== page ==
Additive manufacturing’s role in Industry 4.0
Real time data processing, M2M communication, flexible manufacturing processes and high degree of customization could revolutionize how products are and will be manufactured.
Additive manufacturing has evolved rapidly over the last few decades and today there are a wide variety of commercialized additive manufacturing processes. They are most commonly referred to as 3D printing or 3DP.
Fundamentally additive manufacturing starts with electronic/digital data file for the product (CAD), data and product design is optimized for the additive manufacturing process. This optimized data package is then sent to the additive manufacturing machine which either prints the part layer by layer.
Additive manufacturing advantages
Additive Manufacturing (AM) offers a wide variety of advantages over the conventional manufacturing (CM) process
- Most CM processes are “subtractive processes” which requires the use of excess material (commonly referred to as engineered waste) to manufacture the products or part. AM process also requires excess material in the form of construction supports however the percentage of the “engineered waste” is significantly reduced.
- In general CM processes require higher number of process steps where AM technology now has evolved to hybrid machines where multiple process steps can be combined in one equipment.
- Customization and flexibility is feasible for CM processes however the overall investments in time and capital are significantly higher than what AM can offer
- CM processes typically rely on overall scale to achieve lower manufacturing costs where AM utilizes high degree of digitization and automation to eliminate various costs
Additive Manufacturing limitations
- Material selection and physical properties
- Manufacturing processes are still being refined
- Solutions for high volume production are still being developed, etc..
Additive Manufacturing History
Additive Manufacturing began in 1984 Chuck Hall developed stereolithographic process where a UV laser sintered/cured a resin layer by layer. The process repeated as each layer is fully formed until the desired product/part is completed.
Additive Manufacturing Latest Developments
- 5 Emerging metal 3D printing technologies
- 3D printing of carbon fiber
- 3D printing Cellulose, most abundant organic polymer
- UK’s MTC partnership with Stratsys
Additive Manufacturing and Industry 4.0
The additive manufacturing process is fundamentally based on digital M2M communication and hence will play a pivotal role in the future of manufacturing processes. The Aerospace, Automotive and Medical industries has already embraced AM for many aspects however many other industries are looking at AM for revolutionary uses.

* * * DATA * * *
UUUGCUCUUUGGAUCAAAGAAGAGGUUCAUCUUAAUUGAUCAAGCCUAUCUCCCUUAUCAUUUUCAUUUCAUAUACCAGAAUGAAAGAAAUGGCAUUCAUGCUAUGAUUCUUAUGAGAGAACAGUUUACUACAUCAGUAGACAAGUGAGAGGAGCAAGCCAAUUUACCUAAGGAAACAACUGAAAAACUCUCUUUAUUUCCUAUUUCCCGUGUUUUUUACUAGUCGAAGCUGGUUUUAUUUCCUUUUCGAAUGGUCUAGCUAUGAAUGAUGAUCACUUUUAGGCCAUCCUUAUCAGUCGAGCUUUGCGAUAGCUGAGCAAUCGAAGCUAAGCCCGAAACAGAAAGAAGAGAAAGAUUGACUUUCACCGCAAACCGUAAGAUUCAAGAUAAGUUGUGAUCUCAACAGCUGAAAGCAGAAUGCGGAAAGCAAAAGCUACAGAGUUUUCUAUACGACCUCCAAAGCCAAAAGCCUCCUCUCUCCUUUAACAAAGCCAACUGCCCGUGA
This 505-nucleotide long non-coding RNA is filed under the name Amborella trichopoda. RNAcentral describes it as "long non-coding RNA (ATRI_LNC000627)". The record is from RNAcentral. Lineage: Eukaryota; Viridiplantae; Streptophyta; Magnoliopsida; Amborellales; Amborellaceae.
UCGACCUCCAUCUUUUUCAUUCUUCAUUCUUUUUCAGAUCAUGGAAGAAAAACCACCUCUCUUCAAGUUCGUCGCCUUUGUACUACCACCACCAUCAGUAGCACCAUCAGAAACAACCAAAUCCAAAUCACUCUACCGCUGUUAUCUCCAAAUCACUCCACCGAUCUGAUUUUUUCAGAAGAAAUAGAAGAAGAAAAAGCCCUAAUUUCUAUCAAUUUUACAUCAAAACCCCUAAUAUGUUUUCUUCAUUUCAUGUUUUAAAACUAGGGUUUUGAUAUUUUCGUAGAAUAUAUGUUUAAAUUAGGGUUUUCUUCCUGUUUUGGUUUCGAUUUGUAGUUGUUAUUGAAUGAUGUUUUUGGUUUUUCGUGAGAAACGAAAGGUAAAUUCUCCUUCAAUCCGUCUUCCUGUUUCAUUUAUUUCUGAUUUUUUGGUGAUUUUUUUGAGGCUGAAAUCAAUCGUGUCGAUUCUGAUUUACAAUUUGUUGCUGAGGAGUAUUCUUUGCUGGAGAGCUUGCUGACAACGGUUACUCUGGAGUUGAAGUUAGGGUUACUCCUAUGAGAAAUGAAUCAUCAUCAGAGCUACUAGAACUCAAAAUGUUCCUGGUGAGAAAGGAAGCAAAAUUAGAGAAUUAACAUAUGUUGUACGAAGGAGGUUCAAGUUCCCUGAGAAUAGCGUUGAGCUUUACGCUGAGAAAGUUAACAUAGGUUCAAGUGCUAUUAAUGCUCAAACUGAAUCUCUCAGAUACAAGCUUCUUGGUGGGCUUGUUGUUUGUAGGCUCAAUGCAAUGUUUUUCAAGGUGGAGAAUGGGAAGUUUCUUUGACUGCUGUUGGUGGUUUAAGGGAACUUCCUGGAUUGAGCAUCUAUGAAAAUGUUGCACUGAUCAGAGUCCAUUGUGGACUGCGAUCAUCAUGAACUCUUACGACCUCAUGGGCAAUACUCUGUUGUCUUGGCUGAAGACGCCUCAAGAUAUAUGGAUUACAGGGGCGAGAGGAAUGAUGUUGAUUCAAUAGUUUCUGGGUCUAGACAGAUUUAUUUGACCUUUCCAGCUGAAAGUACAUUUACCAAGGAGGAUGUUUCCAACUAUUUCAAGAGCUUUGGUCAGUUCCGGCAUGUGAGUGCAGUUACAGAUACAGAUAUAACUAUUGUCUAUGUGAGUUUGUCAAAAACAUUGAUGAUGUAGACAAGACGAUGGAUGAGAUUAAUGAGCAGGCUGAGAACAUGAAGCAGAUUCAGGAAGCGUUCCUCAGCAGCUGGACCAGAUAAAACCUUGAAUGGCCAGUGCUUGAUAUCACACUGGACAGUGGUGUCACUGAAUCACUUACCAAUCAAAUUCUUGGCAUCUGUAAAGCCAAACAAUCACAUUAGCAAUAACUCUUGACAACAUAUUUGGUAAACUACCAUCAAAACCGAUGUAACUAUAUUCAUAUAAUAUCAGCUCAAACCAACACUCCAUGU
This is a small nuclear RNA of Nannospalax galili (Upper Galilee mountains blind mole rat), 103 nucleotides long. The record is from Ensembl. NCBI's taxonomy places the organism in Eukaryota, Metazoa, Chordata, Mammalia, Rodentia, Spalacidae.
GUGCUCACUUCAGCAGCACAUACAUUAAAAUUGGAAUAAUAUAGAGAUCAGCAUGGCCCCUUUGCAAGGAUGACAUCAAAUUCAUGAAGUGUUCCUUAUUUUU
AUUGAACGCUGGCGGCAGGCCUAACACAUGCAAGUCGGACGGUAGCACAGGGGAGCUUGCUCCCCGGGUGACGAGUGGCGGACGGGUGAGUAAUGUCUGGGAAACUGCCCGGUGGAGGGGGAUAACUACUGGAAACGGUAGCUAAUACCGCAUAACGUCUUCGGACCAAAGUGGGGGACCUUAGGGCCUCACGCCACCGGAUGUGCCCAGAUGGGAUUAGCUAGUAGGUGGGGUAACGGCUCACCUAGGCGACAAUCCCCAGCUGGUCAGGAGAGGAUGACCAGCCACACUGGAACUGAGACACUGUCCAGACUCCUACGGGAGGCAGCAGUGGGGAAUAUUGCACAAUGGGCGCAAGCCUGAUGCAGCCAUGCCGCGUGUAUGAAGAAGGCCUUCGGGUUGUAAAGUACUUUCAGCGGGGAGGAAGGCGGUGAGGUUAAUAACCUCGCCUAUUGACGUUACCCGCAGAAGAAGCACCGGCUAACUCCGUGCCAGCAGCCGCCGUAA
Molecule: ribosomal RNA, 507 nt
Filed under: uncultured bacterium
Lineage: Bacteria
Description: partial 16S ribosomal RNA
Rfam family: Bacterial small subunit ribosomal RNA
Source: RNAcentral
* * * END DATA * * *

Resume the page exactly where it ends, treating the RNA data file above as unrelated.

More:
NASA is reviewing using AM for “making” tools needed for space exploration vs carrying them. Main stream automakers are thinking about using AM for high degree of customization and reducing the product development lead times. Medical device manufacturers are considering highly customized and personalized medical devices.
Companies like Local Motors is re-imagining how automobiles are built by localizing the production facility and 3D printing a large number of the components.
Industry 4.0 will result in cyber-physical-systems where real time data is shared and decisions, controls and priorities are updated from upstream and downstream processes and machines.
Additive Manufacturing process with it’s digital fundamentals is best suited to capitalize on the implementation requirements of Industry 4.0.
Additive Manufacturing of the future
Digital information will be securely shared about the demand for a product or parts, along with process steps and processing parameters – such as type of material, process speed, post build operations, etc.. The cyber-physical-system will also include downstream processes such as dimensional and aesthetic confirmation. It is highly feasible that the entire product or part will be finished with minimal intervention.
Data security and traceability will be paramount to ensure that AM products and parts meet the ever demanding industry requirements.
One of the challenge with the implementation of industry 4.0 is to ensure that the vast amounts of data is used suitable tasks; for example closed loop control of machines, predictive maintenance, process step parameter alteration and life-cycle quality, as well as resource optimization.
Additive manufacturing, however, clearly has an advantage to compress time-to-market of products and is, therefore, is a competitiveness-enhancing technology.
AM is evolving rapidly and it’s penetration rate is creating a compelling business case for addition investments by businesses and governments. Development of machine-to-machine (M2M) communication for AM is of critical importance in order to be able to most effectively harness the capabilities of AM by the implementation of more effective closed loop control, process data analytics and secure file transfer, as well as robust upstream and downstream process integration.
The author, KetanDeshpande, lives in Minnesota and writes about a variety of topics in his blog such as global economy, market and industry trends, successful strategies for businesses, and others. Leveraging his global strategic leadership experience from the manufacturing industry to offer insights in to how businesses can meet the sustainable growth and profitability goals.
Ketan Deshpande is also passionate about sustainability and renewable energy; he curates and shares latest updates in his blog posts. Recently the Southern Minnesota Municipal Power Agency(SMMPA) of Litchfield, Minnesota, endorsed Ketan Deshpande for an energy conservation project.
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Blog by Ketan Deshpande, Minnesota, MN
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